While the receipts may look simple to make–– take an album, write down the song lengths, and pick out a color–– it’s so much more. Each one takes a few hours to make, exclusively on Photoshop. There’s not a template Melody plugs things into, each one is made in detail on its own. 


She reads her comments and messages each day, usually suggestions from her fans on what albums to tackle next. Melody has a huge spreadsheet with every request she’s gotten–– including the endless requests for Taylor Swift. 


If you don’t already know, the Swifties don’t play around. Some have even gone as far as to track down Melody’s phone number and personally text or call her with a request. They’re really dedicated if you couldn’t tell.


“They’re like yelling at me. Like, yelling. It’s like, not one of them has been sending things that aren’t all in caps. Like, they’re all in caps. But I get it, I’d do the same thing for Frank Ocean.”

But it’s all love for the Twitter stans, trust us. It’s what keeps Melody producing art. The outpouring of love and support from fans when they see the album that changed their life or made them fall in love. Or the album that they dance around to when no one's watching. It means something special.


Her favorite album receipt to date? Smino’s NØIR.


“He’s one of my favorite artists and I just love his music. I've been listening to his album more for like the longest time. So when I saw that he had reposted it on a story that was like [the] Very First Celebrity that actually noticed me I was literally crying.”


Since that first celebrity repost, Album Receipts hit the ground running and didn’t look back. Melody worked with Carly Rae Jepsen to announce her surprise “Dedication: Side B” album. After being approached by Jepsen’s manager, Melody created an Album Receipt “leaking,” the tracklist.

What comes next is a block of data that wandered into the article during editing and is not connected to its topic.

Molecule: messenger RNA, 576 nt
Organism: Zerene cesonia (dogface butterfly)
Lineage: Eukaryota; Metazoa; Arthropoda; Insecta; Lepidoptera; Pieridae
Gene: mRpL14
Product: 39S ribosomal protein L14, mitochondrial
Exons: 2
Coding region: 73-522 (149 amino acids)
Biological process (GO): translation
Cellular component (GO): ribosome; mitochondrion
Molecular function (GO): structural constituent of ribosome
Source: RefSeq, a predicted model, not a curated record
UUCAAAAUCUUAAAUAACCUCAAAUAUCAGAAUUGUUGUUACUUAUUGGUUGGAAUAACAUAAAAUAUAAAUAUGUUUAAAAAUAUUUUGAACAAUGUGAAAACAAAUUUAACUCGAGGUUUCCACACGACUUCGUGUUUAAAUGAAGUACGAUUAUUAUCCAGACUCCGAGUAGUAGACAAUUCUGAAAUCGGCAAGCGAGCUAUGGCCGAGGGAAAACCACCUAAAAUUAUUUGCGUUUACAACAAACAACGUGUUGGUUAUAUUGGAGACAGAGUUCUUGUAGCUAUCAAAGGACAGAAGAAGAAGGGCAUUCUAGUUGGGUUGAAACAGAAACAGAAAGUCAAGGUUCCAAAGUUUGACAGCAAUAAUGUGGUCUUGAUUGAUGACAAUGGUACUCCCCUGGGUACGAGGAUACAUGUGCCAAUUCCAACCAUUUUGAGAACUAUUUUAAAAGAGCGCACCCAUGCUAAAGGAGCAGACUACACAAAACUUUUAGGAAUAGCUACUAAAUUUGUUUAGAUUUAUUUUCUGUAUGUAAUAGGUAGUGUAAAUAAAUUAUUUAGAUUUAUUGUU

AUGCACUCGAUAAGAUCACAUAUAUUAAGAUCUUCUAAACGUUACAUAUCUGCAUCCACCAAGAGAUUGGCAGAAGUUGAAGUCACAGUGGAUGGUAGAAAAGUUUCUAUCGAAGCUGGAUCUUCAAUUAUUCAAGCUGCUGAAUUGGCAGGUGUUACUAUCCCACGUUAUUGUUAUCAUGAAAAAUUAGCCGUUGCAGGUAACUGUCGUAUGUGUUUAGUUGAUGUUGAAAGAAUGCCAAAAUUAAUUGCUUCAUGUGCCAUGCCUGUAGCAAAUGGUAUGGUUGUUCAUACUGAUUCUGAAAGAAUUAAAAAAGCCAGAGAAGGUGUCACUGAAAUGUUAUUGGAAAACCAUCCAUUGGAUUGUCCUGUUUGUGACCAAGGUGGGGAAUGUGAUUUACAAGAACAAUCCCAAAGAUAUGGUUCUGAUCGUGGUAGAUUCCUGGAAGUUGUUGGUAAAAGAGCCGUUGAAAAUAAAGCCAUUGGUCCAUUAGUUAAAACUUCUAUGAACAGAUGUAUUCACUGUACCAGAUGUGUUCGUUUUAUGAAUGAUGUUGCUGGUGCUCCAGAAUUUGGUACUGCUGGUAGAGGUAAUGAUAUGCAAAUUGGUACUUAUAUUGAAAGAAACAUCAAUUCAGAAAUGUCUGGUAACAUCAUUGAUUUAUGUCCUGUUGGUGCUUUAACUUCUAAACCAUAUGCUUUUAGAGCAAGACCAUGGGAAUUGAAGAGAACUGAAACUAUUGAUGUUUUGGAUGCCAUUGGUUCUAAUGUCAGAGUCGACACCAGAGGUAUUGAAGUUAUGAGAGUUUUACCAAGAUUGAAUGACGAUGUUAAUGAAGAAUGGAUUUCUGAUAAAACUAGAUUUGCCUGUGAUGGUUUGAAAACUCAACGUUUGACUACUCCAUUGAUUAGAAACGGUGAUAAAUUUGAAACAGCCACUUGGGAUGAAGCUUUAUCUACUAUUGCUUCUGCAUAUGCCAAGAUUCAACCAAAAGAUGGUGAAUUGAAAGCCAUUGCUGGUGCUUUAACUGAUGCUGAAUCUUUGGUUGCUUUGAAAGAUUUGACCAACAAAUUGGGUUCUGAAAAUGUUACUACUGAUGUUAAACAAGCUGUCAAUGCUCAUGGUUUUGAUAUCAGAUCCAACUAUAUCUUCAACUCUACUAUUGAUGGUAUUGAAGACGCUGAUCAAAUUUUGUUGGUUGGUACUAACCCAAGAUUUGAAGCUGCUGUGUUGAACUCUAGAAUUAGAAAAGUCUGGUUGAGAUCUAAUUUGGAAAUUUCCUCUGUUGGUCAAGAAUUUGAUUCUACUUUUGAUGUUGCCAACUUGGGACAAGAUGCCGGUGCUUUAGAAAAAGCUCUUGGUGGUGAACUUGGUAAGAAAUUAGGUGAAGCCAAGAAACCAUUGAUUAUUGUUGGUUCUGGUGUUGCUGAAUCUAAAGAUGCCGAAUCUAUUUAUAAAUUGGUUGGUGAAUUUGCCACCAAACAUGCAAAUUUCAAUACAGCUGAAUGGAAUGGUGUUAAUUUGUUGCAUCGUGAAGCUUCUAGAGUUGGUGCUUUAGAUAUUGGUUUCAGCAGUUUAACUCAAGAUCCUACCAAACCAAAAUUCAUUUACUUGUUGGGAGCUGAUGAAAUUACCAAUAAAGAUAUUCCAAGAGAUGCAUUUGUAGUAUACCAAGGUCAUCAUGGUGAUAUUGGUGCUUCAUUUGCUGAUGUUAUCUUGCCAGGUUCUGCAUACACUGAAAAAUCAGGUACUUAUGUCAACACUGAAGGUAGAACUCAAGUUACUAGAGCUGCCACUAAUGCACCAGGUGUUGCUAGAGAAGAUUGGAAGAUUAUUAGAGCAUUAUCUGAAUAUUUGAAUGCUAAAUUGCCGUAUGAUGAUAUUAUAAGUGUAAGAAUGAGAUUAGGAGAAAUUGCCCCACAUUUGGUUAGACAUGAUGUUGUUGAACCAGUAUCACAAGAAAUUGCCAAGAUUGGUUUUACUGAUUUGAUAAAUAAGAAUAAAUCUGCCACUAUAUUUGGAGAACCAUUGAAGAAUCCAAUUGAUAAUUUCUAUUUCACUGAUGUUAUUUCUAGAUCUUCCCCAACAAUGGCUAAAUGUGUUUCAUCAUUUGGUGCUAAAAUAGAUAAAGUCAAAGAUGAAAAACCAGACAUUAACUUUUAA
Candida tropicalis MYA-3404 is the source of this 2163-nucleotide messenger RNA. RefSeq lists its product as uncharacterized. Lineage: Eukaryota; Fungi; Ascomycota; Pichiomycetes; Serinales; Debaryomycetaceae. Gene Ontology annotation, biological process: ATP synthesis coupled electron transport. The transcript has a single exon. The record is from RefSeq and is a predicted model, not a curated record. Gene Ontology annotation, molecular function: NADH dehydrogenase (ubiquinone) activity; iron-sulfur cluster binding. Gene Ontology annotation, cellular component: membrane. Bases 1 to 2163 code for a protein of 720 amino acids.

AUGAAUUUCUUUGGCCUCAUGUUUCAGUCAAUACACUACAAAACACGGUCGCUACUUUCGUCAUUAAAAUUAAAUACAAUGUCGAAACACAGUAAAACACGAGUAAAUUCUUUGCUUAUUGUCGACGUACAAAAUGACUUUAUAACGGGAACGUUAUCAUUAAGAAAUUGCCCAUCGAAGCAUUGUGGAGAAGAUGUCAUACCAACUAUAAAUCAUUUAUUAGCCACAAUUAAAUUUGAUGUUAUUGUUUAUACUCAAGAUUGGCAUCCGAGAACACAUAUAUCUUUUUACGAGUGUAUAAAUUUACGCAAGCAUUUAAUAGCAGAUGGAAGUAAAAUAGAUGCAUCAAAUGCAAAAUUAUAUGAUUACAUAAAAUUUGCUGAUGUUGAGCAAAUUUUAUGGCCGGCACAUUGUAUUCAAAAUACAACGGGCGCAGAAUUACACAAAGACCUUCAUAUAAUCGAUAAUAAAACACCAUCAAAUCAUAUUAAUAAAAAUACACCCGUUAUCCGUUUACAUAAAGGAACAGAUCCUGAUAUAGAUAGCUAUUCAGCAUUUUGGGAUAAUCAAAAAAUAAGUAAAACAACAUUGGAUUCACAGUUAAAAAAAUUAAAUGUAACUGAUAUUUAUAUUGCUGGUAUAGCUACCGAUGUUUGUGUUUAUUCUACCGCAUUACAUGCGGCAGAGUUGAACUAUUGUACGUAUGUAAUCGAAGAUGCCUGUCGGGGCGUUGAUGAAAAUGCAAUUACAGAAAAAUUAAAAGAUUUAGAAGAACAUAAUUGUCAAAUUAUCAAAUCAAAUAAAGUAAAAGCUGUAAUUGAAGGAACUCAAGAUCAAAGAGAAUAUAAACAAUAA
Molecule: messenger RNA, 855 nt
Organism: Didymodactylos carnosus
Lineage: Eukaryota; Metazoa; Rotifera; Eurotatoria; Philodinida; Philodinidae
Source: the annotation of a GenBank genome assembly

(Carly Rae Jepsen/Instagram)


“Seeing fans be super confused in the comments before it was announced the next day was so crazy,” she said. “Honestly, I haven’t even heard Carly Rae Jepsen’s music since I was in middle school. I can't believe I got to be a part of that.”


While many of us are sitting at home watching Netflix as we wait for the long summer days to pass, Melody spends her time working on Album Receipts and all the exciting projects she has pulled up her sleeve. 


She’s been reached out to by celebrities and managers for collaborations and partnerships, all under wraps for now. For a design project made out of the blue, she didn’t expect any of this to happen. 


“I cannot believe that any of these opportunities are happening to me, but I'm just so grateful.”


In the meantime, you can catch Melody’s work on her Instagram account. While the work seems all fun, it’s important to acknowledge Album Receipts doesn’t exist in a vacuum. Just like music is inherently political, so is she. 


Since the rise of the Black Lives Matter movement, Melody has been using her platform to share information on social justice and exclusively spotlight Black artists through her designs.


In May, she began to collaborate with Karen Xiao of @DoodlesByKaren and Mariah Ao of @PinkArt.JPG honor of Asian American and Pacific Islander History Month. Representation is at the cornerstone of most projects she takes on, as an Asian American woman who’s been often overlooked by the media. 



“These types of projects, I just want to continue doing them to bring hope in a time where it seems so difficult,” she said. “With independent artists as well, spotlighting them. Any way I can use my platform for good, I will.”


With Album Receipts, Melody is giving fans digital memorabilia to celebrate the soundtracks to our lives. Who knew a stir-crazy art project could make us all suddenly want to hold onto those slips of paper a little more closely? 


Ana Escalante is Rowdy Magazine's Editor-in-chief. She likes podcasts, comfortable sneakers and yelling about being a Capricorn. You can reach her on Twitter @AEscalante22 or email her at rowdymagazine.eic@gmail.com